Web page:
Keynote: The Larry Wells Memorial Lecture 2016

Friday, April 15, 2016, 5:00 p.m. -- Engineering and Science Building, room 2008

“This Migration Which Is Not One:
Refugees, Migrants, and (Turkish-)German Studies"

Yasemin Yildiz, University of Illinois

With its fast changing shape and resonance, the current “refugee crisis” in Europe highlights the significance of the challenge of migration to German culture, society, and politics. Whereas the transnational labor migrations of the 1950s and 1960s were long seen as temporary phenomena and thus considered peripheral to the country’s self-definition, today’s refugee migration is squarely at the center of public attention and widely recognized as a transformative issue for contemporary Germany, even as its outcome is far from clear. Taking this shift in conceptualizing the place of migration as a starting point, this talk will reflect on the nature and implications of these developments for German Studies. In particular, it will revisit Turkish-German studies as one of the main fields under whose heading migration to postwar Germany has been considered. Through consideration of contemporary cultural and political interventions as well as the archive of Turkish-German literature, I will argue that Turkish-German studies has much to offer at this moment, but that it will also need to undergo revision as a result of current cultural shifts.

The Larry Wells Memorial Lecture

Named in honor of Larry Wells, esteemed colleague and Professor of German at Binghamton University, State University of New York, from 1970 to 1998, this lecture series is made possible by the generous support of the Wells Family and Binghamton University alumna Doris Braun. The annual Larry Wells Memorial Lecture brings nationally and internationally recognized scholars in German Studies to the Binghamton University campus. The Wells Lecture highlights the work of the Binghamton German Studies program and, inspired by Professor Wells’ outstanding achievements in student-centered teaching, research, outreach and service in German Studies, builds upon the legacy of his work and his distinguished record in the profession.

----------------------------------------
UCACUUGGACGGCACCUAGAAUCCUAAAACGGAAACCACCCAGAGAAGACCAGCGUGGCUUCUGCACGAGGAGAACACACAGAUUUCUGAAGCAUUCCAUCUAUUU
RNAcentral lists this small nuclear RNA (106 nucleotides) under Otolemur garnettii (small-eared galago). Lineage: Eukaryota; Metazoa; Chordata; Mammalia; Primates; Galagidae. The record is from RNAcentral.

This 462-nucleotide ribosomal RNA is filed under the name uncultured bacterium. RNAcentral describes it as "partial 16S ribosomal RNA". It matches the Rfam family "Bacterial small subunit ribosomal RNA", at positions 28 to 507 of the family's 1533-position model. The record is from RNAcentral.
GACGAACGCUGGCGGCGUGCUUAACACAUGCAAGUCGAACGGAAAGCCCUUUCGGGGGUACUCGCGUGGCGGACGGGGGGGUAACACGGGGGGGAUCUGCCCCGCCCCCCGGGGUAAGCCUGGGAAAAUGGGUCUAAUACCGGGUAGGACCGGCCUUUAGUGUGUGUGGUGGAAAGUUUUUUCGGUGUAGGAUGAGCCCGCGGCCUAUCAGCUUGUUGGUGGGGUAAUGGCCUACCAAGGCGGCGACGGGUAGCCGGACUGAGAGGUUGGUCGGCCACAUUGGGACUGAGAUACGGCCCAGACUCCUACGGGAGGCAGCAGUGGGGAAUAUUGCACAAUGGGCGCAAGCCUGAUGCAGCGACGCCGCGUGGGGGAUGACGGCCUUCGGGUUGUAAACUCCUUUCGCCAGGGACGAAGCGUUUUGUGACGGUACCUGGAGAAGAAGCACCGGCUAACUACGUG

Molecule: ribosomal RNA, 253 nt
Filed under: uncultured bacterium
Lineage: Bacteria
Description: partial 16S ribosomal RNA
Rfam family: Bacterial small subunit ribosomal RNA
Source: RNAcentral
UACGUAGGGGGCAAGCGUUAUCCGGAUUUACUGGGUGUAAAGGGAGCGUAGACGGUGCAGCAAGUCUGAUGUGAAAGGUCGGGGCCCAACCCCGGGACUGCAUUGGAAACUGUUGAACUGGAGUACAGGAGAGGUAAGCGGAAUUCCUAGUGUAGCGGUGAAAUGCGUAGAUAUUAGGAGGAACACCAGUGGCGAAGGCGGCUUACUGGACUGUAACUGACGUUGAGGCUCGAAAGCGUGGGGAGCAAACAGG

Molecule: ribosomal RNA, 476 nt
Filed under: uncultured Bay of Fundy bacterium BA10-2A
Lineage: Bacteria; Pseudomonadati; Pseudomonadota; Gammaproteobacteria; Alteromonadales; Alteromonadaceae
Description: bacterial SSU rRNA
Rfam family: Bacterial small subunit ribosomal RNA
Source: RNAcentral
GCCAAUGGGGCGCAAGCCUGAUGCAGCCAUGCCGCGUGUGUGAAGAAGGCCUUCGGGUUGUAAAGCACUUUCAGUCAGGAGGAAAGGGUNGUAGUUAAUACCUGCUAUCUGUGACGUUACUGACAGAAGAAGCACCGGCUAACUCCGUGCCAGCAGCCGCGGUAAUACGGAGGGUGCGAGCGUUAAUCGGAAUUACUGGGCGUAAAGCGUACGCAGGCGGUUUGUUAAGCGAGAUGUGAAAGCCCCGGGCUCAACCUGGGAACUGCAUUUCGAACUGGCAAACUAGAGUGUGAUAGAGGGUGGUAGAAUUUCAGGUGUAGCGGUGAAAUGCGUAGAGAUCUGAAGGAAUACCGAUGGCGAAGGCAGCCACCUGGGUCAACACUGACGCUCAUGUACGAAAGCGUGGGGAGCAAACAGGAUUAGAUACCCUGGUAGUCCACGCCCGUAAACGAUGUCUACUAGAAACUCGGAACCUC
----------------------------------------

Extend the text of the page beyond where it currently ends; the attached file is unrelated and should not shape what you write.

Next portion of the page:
"Migration and Memory: A Workshop in Progress"

Saturday, April 16, 2016 -- Engineering and Science Building, room 2008

Yasemin Yildiz’s current book project, Citizens of Memory: Migrant Archives of Holocaust Remembrance, co-authored with Michael Rothberg, explores the effect of transnational migration on cultural memory. More specifically, Citizens of Memory assembles and analyzes a wide range of memory work by Germany-based immigrant writers, artists, and activists relating to National Socialism, the Holocaust, and World War II. The interventions of the project lie in offering a new (or newly visible) archive of materials, a recalibrated account of postwar Germany that brings together memory discourses and migration history, and a conceptual rethinking of the relationship of memory and migration more generally.

Through a conversation about short excerpts of selected literary and essayistic materials that will be provided to the participants, this workshop will offer an opportunity to explore together some of the questions the topic raises and to reflect particularly on methodological issues: What are the material, institutional, and discursive conditions under which memory is shaped in migration? How does migration affect the transmission of memory? Which pasts do immigrants inherit? Which materials and archives may come into view from this angle? What is the effect of language choice, multilingualism, and translation on remembering?

While the selected examples primarily come from the Turkish-German context, participants are encouraged to introduce other examples from their own research and teaching into the conversation.

Readings for discussion:
Deniz Utlu, “Das Archiv der Migration” Freitag 31 October 2011

Excerpts from Yadé Kara, Selam Berlin, Emine Sevgi Özdamar, Brücke vom Goldenen Horn, etc. (to be provided)

Recommended reading:
Michael Rothberg and Yasemin Yildiz, “Memory Citizenship: Migrant Archives of Holocaust Remembrance in Contemporary Germany.” Parallax 17.4 (2011): 32-48.


Yasemin YildizYasemin Yildiz is Conrad Humanities Scholar and Associate Professor of German at the University of Illinois. Prof. Yildiz specializes in twentieth- and twenty-first-century German literature and culture with research interests in literary multilingualism, minority discourses (especially Turkish-German and German-Jewish), transnational studies, and gender studies. Her book Beyond the Mother Tongue: The Postmonolingual Condition won the MLA’s 2012 Scaglione Prize for Studies in Germanic Languages and Literatures and received Honorable Mention for the 2014 Laura Shannon Prize in Contemporary European Studies. She is currently working on a co-authored study of immigrants and Holocaust remembrance in contemporary Germany together with Michael Rothberg.

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